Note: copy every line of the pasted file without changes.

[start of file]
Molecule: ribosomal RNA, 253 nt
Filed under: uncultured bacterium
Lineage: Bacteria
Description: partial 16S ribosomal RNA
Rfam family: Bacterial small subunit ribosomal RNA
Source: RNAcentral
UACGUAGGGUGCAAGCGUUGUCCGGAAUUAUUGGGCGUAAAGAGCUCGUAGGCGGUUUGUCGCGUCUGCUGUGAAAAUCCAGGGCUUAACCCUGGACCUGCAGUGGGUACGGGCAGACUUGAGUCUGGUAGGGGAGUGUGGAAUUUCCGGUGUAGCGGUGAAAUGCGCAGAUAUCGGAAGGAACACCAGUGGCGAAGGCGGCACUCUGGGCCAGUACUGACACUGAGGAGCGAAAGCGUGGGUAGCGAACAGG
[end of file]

Molecule: ribosomal RNA, 253 nt
Filed under: uncultured bacterium
Lineage: Bacteria
Description: partial 16S ribosomal RNA
Rfam family: Bacterial small subunit ribosomal RNA
Source: RNAcentral
UACGUAGGGUGCAAGCGUUGUCCGGAAUUAUUGGGCGUAAAGAGCUCGUAGGCGGUUUGUCGCGUCUGCUGUGAAAAUCCAGGGCUUAACCCUGGACCUGCAGUGGGUACGGGCAGACUUGAGUCUGGUAGGGGAGUGUGGAAUUUCCGGUGUAGCGGUGAAAUGCGCAGAUAUCGGAAGGAACACCAGUGGCGAAGGCGGCACUCUGGGCCAGUACUGACACUGAGGAGCGAAAGCGUGGGUAGCGAACAGG